He was 12 when, in 1995, he entered a Gibraltar talent contest organized by Sonia Golt and won the first prize - ("I couldn't believe it") - and this in turn led to an invitation from Albert Hammond to appear with the already-established Gibraltar musician at that year's Miss Gibraltar finals. The "child prodigy" label was now firmly in place.
But while Moteverde's musical education was rising in a glissando of success, his progress at Bayside was flat, he admits. When he sat his GCSEs he passed only Spanish and music and for the next two years struggled to gain the passes in English mathematics, science and other subjects that would give his access to tertiary education and colleges of music in Britain. There were pressures to join his father's transport business instead, but "with a lot of help from Mr Gabay [Joshua Gabay, the former teacher and Minister] I eventually managed to pass everything," he says, with a rueful smile and a shake of the head at those past academic inadequacies.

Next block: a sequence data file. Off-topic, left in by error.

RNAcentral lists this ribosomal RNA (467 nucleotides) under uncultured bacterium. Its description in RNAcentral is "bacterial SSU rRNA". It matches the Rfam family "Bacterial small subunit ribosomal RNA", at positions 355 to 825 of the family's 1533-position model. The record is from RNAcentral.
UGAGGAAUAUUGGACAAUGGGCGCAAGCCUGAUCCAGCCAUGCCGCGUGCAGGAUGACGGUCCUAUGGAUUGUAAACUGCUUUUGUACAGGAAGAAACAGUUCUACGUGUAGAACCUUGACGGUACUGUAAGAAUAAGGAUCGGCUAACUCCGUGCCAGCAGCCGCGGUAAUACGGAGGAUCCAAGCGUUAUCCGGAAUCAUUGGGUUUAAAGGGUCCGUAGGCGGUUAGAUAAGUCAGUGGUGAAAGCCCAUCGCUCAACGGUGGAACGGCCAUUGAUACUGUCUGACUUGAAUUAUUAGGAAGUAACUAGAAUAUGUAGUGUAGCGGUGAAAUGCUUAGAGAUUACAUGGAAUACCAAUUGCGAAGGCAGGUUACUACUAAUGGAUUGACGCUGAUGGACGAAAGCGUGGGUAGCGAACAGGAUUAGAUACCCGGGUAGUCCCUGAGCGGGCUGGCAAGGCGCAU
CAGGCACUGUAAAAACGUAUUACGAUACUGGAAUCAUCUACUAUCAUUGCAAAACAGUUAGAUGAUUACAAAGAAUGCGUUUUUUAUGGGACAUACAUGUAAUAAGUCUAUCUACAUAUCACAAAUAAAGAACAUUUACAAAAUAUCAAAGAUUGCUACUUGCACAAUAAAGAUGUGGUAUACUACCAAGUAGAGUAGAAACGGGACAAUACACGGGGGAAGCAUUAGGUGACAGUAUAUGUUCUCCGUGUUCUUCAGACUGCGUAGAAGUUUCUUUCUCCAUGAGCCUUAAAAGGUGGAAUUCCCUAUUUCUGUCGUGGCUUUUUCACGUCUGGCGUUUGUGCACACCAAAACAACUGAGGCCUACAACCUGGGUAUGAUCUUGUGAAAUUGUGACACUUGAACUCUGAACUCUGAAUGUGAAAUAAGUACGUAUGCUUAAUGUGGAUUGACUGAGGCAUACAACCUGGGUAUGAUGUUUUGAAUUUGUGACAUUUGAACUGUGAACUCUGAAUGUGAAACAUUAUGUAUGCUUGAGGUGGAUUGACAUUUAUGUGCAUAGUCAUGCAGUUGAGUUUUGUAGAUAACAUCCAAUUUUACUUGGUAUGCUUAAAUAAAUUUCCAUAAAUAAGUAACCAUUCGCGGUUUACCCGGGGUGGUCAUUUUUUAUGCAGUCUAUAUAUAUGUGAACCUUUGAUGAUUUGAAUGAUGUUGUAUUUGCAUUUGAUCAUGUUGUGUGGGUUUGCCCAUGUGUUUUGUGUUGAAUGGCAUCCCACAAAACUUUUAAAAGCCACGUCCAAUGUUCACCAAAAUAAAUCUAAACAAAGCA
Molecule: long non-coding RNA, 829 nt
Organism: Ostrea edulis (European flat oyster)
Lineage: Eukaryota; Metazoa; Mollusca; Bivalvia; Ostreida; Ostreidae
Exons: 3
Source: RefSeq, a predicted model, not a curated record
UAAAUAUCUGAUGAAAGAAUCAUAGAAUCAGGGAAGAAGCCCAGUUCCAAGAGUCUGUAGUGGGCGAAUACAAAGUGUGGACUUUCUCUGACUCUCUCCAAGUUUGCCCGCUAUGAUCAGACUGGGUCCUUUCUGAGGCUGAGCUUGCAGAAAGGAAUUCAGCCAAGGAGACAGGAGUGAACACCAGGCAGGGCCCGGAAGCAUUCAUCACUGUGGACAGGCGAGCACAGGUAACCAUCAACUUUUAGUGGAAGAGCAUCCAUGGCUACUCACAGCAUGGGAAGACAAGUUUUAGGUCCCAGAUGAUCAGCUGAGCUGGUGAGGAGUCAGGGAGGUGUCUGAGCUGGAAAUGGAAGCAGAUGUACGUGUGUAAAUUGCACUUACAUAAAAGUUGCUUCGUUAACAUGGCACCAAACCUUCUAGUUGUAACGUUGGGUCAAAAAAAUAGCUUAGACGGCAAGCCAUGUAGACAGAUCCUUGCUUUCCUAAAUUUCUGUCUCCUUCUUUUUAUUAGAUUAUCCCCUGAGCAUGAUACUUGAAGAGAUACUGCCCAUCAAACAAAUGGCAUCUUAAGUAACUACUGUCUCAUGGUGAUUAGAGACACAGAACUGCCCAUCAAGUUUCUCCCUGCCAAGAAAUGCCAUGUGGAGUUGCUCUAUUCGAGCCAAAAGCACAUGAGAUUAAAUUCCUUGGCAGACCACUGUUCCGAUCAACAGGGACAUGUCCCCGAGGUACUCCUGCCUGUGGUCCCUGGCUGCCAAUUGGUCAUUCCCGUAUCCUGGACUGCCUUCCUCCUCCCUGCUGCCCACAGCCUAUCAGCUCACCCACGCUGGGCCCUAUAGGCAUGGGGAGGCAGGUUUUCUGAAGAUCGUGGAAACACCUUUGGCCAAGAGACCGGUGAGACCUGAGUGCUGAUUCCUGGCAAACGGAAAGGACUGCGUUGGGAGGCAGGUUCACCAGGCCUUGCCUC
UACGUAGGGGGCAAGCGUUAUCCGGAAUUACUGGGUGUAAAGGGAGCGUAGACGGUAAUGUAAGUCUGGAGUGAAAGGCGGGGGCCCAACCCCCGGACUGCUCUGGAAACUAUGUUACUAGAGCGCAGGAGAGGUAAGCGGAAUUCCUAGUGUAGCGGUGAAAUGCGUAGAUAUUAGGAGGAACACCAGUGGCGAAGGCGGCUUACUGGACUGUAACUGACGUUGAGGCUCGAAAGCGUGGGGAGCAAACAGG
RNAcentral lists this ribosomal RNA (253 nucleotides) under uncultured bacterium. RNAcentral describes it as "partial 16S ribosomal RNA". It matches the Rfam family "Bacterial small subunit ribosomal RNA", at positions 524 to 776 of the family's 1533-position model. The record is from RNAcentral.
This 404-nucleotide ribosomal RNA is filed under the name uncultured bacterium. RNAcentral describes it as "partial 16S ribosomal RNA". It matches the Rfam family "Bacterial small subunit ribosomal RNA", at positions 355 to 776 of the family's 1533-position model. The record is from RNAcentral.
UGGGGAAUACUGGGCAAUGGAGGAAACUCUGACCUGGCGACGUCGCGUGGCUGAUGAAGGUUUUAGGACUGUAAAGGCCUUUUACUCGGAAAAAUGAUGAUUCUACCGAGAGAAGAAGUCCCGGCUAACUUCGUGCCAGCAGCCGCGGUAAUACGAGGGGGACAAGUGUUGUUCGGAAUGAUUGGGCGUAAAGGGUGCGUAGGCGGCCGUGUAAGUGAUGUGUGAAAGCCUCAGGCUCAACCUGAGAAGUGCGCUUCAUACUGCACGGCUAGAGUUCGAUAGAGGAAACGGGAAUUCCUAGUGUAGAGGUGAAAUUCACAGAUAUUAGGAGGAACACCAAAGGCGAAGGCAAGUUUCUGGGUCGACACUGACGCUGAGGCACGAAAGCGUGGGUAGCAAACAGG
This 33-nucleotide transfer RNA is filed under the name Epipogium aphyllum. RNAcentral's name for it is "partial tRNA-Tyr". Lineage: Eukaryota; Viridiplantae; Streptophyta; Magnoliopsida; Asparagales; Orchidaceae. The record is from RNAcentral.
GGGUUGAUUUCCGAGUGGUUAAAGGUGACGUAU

He was accepted to study music at the Bognor arm of Chichester University where soon after he had started he was called before the panel of the teaching staff in the college of music where the professors told him that he was "a very special student." He had already reached the musical performance level of many of his teachers and it would be best for his career if he were to study "with a professor in London."